As the world seems to grow smaller and more accessible in the wake of globalisation, it becomes easier to connect with people of all different ages, backgrounds and beliefs. While there are incredible benefits to this connectivity and the technological advances that can bring us closer, many of us in the US and the World have lost touch with what exists closer to home. Increasingly, our sense of community is diminished. However, lately–in these unprecedented times–the importance of locality and communality has come back into sharp focus.
At Ashfount Investments, our projects and investments are embedded within the communities they serve, and play a vital role in the development of local food security and economic resiliency. We believe in the power of community to make meaningful changes for the common good, helping to serve the world better by improving the circumstances for others within our immediate community. This work starts at home: with friends, colleagues, community members, and local politics. All our projects should be seen as working locally first and foremost, being involved in the everyday community life and with purpose and meaning that is integrated into this involvement. We believe this approach has a snowball effect – by working together to improve our immediate communities, this will in turn, ripple outwards and positively affect change in wider circles.
With current national and international economies struggling amid crisis after crisis, it is more important than ever to focus on creating locally resilient economies. This includes building local food security, encouraging a sense of community, and building economic networks that can support themselves. This requires participation on the part of any of our projects. Protecting workers, supporting community projects, encouraging and incentivizing involvement is all part of making this happen.
The Problem: Globalisation and the Loss of Community
We are currently living in an age of individualization. Nowhere is this more prevalent than in the United States. Since the 1980s, individual-centric work ethics, mantras, and mind-sets have been on a sharp rise. In a land where the opportunities are considered endless, being self-made is the highest form of success. But with this comes a heavy burden. We have lost our ability to support one another, to build up a community and share our successes, to help each other when we need it most, and to believe that fundamental changes can happen if we rely on one another.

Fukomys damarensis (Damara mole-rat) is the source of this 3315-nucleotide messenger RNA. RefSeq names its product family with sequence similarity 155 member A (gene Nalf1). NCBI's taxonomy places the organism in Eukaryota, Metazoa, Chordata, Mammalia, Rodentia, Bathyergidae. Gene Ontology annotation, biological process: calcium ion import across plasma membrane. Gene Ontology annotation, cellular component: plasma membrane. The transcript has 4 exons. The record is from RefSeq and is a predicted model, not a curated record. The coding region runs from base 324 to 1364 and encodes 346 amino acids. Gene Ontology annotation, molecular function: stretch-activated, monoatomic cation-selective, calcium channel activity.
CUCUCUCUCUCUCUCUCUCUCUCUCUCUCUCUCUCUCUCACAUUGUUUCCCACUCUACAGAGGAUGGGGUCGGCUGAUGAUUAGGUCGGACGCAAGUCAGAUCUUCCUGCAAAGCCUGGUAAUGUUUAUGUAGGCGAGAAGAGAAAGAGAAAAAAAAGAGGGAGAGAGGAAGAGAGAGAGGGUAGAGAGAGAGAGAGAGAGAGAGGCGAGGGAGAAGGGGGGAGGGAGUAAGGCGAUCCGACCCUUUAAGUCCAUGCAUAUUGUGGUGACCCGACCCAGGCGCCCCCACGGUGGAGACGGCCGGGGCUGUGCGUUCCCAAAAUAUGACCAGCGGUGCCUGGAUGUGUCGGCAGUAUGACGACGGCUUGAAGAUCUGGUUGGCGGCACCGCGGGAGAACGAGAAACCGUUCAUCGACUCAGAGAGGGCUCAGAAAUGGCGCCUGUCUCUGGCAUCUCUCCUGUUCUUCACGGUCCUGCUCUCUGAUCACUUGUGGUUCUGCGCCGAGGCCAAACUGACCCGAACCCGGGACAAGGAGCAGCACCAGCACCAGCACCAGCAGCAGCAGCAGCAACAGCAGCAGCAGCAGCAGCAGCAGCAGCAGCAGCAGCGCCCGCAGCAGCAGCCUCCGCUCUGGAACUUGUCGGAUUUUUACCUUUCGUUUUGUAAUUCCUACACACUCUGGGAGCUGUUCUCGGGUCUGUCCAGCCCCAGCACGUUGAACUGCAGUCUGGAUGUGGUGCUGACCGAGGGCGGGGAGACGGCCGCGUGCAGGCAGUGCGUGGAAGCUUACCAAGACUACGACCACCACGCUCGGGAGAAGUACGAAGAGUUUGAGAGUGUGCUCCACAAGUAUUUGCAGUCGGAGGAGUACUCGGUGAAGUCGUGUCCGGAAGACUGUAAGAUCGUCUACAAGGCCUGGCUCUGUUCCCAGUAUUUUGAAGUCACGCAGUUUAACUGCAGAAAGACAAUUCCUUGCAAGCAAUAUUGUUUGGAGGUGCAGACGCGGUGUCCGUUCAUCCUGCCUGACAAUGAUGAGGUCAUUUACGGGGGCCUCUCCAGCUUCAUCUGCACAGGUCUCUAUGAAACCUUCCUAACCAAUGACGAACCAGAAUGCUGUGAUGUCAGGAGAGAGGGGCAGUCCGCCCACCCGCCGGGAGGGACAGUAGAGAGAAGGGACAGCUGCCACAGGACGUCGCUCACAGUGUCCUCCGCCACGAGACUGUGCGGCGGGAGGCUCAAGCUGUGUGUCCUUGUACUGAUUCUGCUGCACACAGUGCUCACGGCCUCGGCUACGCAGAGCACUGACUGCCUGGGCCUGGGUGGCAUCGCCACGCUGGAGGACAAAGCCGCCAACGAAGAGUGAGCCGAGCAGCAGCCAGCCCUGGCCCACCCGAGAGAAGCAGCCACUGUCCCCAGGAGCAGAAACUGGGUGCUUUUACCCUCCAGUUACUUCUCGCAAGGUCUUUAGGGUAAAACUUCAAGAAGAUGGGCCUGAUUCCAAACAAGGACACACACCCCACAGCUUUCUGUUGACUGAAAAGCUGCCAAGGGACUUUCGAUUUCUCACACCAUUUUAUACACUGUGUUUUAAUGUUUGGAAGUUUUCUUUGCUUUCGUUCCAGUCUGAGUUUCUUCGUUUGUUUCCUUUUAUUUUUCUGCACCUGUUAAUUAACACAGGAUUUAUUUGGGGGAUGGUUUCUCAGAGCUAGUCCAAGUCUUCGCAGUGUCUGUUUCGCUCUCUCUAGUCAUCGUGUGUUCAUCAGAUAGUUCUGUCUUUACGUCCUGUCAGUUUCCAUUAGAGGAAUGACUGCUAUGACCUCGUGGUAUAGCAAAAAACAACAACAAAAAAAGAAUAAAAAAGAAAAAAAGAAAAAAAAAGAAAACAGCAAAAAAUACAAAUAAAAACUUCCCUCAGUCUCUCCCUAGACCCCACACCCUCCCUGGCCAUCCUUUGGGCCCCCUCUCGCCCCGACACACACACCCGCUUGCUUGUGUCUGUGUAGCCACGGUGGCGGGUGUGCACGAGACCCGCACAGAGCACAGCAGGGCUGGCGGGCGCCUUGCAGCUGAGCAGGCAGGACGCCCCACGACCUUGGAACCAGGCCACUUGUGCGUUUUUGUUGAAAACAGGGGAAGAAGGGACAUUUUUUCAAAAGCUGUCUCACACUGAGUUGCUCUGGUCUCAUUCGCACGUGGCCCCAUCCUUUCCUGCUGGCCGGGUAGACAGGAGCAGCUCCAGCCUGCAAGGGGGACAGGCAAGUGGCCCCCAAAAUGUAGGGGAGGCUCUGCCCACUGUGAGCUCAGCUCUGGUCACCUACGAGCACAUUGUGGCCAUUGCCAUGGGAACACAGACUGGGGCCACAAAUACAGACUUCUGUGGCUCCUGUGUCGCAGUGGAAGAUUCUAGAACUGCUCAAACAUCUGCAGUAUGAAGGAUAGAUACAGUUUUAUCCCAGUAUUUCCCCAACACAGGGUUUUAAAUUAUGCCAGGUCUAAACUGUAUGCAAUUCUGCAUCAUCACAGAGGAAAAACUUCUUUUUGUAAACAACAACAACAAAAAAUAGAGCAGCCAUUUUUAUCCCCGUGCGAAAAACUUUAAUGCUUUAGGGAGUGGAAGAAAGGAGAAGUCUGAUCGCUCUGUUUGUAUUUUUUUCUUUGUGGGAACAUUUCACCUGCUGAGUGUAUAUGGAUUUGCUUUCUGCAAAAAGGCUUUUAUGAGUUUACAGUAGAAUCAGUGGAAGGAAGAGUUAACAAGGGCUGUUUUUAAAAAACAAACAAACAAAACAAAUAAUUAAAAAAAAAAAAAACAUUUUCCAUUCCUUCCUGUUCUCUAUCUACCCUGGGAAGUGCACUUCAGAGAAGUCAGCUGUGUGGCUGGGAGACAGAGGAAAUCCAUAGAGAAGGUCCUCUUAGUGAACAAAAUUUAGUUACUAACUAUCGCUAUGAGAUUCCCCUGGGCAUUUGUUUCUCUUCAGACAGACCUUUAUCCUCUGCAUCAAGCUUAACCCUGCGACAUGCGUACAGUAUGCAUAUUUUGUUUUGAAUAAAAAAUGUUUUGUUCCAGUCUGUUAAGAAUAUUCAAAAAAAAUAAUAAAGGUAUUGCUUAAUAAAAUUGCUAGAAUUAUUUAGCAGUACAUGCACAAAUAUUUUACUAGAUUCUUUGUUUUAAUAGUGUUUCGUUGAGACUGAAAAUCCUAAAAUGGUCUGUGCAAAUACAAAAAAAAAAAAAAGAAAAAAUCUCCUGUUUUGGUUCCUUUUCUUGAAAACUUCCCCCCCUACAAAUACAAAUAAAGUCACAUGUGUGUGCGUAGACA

Interestingly, the rise of the internet and all its technological advances have given us more possibilities than ever to stay connected and to achieve our goals. The world has become smaller, more accessible, but along the way we’ve forgotten about our neighbours, or those just around the block. The New York Times points out that we are living in an age of loneliness, a confounding paradox considering our relatively recent boom in communicative tools.
In the midst of a global pandemic, we’ve been forced to reexamine our relationship to technology and our most immediate physical surroundings. As we collectively shutter our doors to protect ourselves and those we love, our saving grace has become our varied communities. For the first time, we have witnessed the collaboration of localised communities, enhanced, on a global scale, by technology. But the need for physical, localised community has taken center stage. Neighbours have helped each other, buying food or waving from as they pass the porch of someone lonely. In the darkness, we have found a reminder that, in times of crisis, our nearest provide the greatest support.
For us at Ashfount Investments, being involved with the community is paramount in all of our projects. Our projects are integrated and available to the local community, in times of strife and bounty, to help rebuild resiliency and support stability.
The Problem: Individualized Profits, Public Losses
Too often projects and investments are focused on the individual gain of a singular person. If a company or investment does well, the investor reaps the benefits. However, when the opposite scenario happens, the failures must be shared by all. This mindset of privatizing profits, yet publicizing profits is unbalanced and undue. Currently, these mindsets have led to a disproportionate distribution of wealth, and nowhere is that keener felt than in the U.S. In fact, the highest-earning 20% hold more than half the U.S.’ wealth. Income inequality in the U.S. is the highest of all the G7 nations, according to data from the Organization for Economic Cooperation and Development.